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The lost facet of judo

Photo courtesy of Parhesiates
In judo competition, it is illegal to touch your opponent's face.  This is nominally a safety rule, but there is a second reason that people either don't understand or don't talk about.  What's the dark secret behind this rule?
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Much of judo tachiwaza (standing technique) is defined by what is possible when you know the other guy will not hit you in the face. Shomenate basically negates virtually all judo throws.  Don't believe it? Try this - do some uchikomi but give your partner permission to put either hand in your face and stiff-arm your head away from them.  See how easy it is to get your body into position for a throw.  For goodness' sake, go slow and easy with this so you don't run your face into a palmheel.
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It is possible to bypass this problem if you develop some good kumikata (gripping skills) in judo. Rhadi Ferguson and Jimmy Pedro assert that gripping is a lost facet of judo. I'd say that gripping is a piece of the lost facet of judo - that facet being hamarejudo (separated judo) which mainly includes aspects of gripping (kumikata), moving safely from outside ma-ai into a clench (taisabaki), and striking (atemi).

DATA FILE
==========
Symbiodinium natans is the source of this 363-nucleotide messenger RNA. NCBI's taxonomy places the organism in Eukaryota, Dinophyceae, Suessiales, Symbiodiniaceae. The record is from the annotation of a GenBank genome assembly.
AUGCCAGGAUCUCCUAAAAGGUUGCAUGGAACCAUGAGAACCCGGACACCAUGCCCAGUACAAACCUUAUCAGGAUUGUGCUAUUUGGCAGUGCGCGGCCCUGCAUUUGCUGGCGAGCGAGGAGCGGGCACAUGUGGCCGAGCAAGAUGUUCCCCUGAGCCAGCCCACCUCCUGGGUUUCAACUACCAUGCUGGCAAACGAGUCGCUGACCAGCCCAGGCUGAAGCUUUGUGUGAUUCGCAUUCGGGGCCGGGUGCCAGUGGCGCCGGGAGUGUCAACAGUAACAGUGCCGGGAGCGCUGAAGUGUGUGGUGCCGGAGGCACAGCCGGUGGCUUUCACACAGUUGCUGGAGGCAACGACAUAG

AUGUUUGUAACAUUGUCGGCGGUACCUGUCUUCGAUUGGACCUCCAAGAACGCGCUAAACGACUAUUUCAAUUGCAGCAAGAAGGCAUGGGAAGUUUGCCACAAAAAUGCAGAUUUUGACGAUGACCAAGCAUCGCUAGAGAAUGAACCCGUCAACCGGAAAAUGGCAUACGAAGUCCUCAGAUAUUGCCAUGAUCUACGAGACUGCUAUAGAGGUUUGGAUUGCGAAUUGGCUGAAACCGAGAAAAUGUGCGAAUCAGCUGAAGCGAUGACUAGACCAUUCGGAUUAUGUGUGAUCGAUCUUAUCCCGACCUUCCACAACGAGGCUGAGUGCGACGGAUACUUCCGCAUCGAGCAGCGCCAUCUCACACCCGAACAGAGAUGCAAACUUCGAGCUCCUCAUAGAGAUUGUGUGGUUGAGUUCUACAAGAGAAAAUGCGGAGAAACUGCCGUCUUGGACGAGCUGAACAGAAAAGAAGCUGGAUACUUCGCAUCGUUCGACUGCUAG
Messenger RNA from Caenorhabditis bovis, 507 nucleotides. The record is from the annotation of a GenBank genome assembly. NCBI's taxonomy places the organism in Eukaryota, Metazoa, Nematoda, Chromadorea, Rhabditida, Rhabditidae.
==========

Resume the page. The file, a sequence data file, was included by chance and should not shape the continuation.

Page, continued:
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Hmmm...  kumikata, taisabaki, and atemi...  sounds to me like aikido.
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That's right.  Aikido is the lost facet of judo - the separated judo as Tomiki called it.  The part of judo that deals with atemi and defending against atemiwaza via proper kumikata and taisabaki.  Aikido and judo are opposite sides of the same coin.
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Patrick Parker is a Christian, husband, father, martial arts teacher, Program Director for a Cardiac Rehab, and a Ph.D. Contact: mokurendojo@gmail.com or phone 601.248.7282
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Suggested great books on aikido, judo, and strategy.
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